Nils Pfaff, PhD
Feb 13, 2018
Hometown: Wilhelmshaven, Germany
Current residence: Düsseldorf, Germany
Graduate degree: PhD in Molecular Medicine from Hannover Medical School
Current position: Lab Head Preclinical Pharmacology, Bayer AG (Wuppertal, Germany)
What is the current focus of your research, and what do you find most rewarding about your work?
I am currently working in preclinical research in the Pharmaceuticals Division of Bayer. Apart from establishing iPSC-derived cells for target identification and validation, the main focus is in vivo pharmacology mostly in the therapeutic areas thrombosis and hemophilia. I really like the application-driven way of working in the (pharma) industry. It is great being involved in projects that always have the goal to improve the life of patients and being able to actually move these projects forward. It’s also fascinating to see how complex developing a new drug actually is and there is something new to learn every day.
What led you to become a scientist and to stem cell research?
I’ve always been interested in science. Back in high school I participated in a science club, which allowed me to work on smaller projects in a university lab during some of the vacations. At first I decided to study medicine but somehow realized I didn’t want to become a physician. That’s why I enrolled for Molecular Medicine (at Göttingen University, Germany), which turned out to be a great combination of science and medicine. When I started my PhD in 2008, iPS cells really were the hottest topic in biomedical research and the possibility to turn a skin cell into a stem cell into a blood/neuronal/cardiac cell was (and still is) just thrilling.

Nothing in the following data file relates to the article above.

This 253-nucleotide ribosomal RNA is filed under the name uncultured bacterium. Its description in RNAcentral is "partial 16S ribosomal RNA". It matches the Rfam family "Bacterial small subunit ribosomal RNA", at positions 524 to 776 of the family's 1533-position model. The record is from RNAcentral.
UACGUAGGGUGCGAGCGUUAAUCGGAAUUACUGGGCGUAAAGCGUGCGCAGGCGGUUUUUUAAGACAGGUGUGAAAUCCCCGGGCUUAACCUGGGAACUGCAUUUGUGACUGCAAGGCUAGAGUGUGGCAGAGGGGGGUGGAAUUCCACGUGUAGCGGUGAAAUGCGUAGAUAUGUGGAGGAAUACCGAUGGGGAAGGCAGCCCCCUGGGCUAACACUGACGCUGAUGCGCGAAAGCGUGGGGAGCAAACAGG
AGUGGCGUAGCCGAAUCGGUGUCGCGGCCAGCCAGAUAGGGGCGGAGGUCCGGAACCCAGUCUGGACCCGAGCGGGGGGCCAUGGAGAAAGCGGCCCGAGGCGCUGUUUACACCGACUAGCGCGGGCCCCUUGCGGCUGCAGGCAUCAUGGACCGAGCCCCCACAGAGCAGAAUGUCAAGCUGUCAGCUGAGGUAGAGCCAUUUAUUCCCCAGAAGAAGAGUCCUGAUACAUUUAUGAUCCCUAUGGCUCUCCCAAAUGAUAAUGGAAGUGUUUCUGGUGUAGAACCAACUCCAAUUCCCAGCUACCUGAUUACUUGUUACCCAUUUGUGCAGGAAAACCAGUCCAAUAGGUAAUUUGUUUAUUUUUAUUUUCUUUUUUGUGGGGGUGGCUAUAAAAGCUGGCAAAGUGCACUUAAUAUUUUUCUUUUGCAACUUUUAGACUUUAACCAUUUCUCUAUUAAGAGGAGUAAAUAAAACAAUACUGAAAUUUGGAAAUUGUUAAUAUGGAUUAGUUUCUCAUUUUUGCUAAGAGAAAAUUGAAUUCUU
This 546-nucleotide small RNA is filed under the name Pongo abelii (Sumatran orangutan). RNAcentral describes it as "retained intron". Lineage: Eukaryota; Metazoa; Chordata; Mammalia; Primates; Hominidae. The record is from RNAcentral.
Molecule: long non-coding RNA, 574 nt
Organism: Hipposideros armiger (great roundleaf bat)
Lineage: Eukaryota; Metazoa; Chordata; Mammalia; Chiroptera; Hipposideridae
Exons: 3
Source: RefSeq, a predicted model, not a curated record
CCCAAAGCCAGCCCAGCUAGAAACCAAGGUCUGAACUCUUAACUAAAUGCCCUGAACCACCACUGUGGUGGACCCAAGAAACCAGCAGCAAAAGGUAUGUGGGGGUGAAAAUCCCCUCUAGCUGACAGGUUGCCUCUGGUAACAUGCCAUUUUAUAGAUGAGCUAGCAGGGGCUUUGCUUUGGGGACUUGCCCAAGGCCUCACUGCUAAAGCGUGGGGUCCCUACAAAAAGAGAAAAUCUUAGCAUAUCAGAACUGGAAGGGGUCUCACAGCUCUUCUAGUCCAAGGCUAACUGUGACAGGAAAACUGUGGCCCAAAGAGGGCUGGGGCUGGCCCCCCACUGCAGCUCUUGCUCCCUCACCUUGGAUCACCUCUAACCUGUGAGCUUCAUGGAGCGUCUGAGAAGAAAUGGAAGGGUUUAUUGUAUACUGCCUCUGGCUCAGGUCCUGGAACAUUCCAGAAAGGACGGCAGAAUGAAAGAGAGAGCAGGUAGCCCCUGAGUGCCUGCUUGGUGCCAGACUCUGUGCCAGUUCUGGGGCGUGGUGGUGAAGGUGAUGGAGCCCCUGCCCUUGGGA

How do you spend your free time?
I regularly play football (soccer for the US folks…) and force myself to go running at least once a week. I also enjoy cooking (end eating, of course) a lot and have become a bit of a wine geek lately as well. Trying to stay in touch with friends and family is also very important for me.
What is something your peers would be surprised to learn about you?
I am a guitarist in a heavy metal band (the long hair is gone, though…) and regularly go to metal concerts and festivals.
What do you most value about your membership with the ISSCR?
Being member of the ISSCR is the best and easiest way to stay connected with the entire stem cell community and to permanently keep track of this still rapidly evolving field. Going to the annual meetings is always fun because you meet colleagues you haven’t seen for a whole year in most of the cases. Of course, the science presented is fascinating every time. Working in the ISSCR Industry Committee is a great way to discuss the industry’s perspective on translational aspects with the community – I think this dialogue is essential to bring effective stem cell-based therapies to patients.